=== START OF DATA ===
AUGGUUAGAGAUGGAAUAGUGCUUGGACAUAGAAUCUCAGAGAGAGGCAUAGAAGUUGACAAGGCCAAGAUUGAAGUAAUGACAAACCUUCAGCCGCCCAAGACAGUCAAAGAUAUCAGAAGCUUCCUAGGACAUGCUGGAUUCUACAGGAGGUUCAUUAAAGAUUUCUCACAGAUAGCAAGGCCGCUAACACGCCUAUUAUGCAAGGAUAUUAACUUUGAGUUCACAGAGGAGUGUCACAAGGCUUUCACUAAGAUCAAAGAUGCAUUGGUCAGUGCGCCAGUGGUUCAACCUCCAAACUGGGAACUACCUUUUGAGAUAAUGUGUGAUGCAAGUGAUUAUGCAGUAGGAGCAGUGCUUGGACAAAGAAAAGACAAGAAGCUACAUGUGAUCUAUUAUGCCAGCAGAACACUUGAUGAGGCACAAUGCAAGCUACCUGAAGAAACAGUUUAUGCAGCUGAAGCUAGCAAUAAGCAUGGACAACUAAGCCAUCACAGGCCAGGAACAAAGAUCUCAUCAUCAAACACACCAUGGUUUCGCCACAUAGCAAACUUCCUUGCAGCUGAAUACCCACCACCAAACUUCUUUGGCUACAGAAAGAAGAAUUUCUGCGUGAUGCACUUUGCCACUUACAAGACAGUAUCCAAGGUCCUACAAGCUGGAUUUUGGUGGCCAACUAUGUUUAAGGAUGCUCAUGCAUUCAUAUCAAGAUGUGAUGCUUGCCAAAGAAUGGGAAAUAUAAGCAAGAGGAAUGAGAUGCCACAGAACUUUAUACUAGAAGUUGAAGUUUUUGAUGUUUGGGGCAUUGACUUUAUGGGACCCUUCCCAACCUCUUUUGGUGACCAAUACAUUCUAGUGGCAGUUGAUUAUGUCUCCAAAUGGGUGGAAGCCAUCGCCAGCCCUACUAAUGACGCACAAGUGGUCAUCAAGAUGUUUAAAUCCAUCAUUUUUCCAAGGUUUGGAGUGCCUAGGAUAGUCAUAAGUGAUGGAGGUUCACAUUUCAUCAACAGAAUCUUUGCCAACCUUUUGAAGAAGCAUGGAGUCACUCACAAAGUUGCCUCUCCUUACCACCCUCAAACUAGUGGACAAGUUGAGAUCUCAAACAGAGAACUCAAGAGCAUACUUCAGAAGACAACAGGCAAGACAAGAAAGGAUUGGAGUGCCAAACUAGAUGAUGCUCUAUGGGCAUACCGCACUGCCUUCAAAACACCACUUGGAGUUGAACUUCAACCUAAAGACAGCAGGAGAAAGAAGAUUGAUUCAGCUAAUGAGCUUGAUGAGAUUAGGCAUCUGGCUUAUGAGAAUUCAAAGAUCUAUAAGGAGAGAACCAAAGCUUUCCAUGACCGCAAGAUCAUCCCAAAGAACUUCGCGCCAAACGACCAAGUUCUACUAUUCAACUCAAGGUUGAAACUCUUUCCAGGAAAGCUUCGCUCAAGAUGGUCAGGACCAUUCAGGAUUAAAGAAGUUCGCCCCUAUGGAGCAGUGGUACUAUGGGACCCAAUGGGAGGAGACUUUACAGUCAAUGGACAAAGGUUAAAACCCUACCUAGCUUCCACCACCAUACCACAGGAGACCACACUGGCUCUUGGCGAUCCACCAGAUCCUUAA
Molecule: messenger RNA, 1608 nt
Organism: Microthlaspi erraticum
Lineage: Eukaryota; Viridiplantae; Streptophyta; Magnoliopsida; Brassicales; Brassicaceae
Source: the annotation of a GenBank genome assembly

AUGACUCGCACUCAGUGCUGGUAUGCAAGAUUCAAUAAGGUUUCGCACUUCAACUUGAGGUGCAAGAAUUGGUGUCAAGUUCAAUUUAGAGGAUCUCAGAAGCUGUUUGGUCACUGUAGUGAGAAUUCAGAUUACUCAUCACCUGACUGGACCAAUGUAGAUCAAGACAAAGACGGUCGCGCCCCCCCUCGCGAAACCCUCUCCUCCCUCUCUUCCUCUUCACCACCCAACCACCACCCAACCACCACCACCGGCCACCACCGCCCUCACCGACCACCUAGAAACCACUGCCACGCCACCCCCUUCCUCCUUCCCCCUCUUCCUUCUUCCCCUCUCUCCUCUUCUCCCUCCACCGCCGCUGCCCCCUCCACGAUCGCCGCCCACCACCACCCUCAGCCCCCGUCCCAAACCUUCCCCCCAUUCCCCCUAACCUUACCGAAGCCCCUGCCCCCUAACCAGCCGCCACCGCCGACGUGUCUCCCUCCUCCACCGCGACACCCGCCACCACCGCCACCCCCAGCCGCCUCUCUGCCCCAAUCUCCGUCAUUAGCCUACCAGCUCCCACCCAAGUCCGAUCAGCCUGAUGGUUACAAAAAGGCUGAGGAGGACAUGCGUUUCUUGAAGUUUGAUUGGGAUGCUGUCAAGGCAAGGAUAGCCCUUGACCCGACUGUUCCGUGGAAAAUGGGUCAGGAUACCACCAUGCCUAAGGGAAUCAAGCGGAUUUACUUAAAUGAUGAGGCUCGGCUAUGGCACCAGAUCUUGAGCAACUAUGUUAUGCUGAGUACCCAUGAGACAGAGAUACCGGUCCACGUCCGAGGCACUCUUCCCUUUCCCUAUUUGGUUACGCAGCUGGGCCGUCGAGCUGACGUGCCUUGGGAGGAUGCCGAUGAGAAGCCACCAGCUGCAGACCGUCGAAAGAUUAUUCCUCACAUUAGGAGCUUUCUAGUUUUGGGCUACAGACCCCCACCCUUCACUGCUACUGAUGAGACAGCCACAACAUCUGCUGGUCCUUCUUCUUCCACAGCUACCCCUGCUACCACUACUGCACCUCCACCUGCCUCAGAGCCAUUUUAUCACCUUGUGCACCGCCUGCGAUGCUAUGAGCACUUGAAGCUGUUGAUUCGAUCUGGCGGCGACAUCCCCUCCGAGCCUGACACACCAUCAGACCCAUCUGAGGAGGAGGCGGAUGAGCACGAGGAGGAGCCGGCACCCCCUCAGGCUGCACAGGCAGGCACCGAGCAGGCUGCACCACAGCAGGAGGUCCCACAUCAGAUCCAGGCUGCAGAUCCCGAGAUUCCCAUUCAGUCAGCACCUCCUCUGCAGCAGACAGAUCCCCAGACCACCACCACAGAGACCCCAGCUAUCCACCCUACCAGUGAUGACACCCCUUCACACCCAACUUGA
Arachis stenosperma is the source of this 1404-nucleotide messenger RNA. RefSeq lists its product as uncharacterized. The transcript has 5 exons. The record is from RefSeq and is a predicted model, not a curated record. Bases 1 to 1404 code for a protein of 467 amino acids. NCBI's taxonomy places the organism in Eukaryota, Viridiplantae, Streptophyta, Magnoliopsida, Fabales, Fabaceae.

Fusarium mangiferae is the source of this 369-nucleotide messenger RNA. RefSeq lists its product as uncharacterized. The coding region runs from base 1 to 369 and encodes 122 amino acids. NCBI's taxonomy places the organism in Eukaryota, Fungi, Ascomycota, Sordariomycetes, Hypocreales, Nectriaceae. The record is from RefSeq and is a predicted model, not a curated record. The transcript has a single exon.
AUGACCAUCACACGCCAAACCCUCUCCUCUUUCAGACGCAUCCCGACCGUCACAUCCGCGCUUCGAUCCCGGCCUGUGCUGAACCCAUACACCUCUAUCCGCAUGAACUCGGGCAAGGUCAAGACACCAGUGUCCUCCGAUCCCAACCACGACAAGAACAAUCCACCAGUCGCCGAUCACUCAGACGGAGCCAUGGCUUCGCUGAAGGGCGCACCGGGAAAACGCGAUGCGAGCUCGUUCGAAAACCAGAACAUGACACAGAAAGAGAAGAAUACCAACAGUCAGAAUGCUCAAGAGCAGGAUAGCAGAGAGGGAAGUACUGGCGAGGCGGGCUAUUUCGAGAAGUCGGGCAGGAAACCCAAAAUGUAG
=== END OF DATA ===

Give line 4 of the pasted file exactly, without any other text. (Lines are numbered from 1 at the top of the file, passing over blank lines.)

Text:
Lineage: Eukaryota; Viridiplantae; Streptophyta; Magnoliopsida; Brassicales; Brassicaceae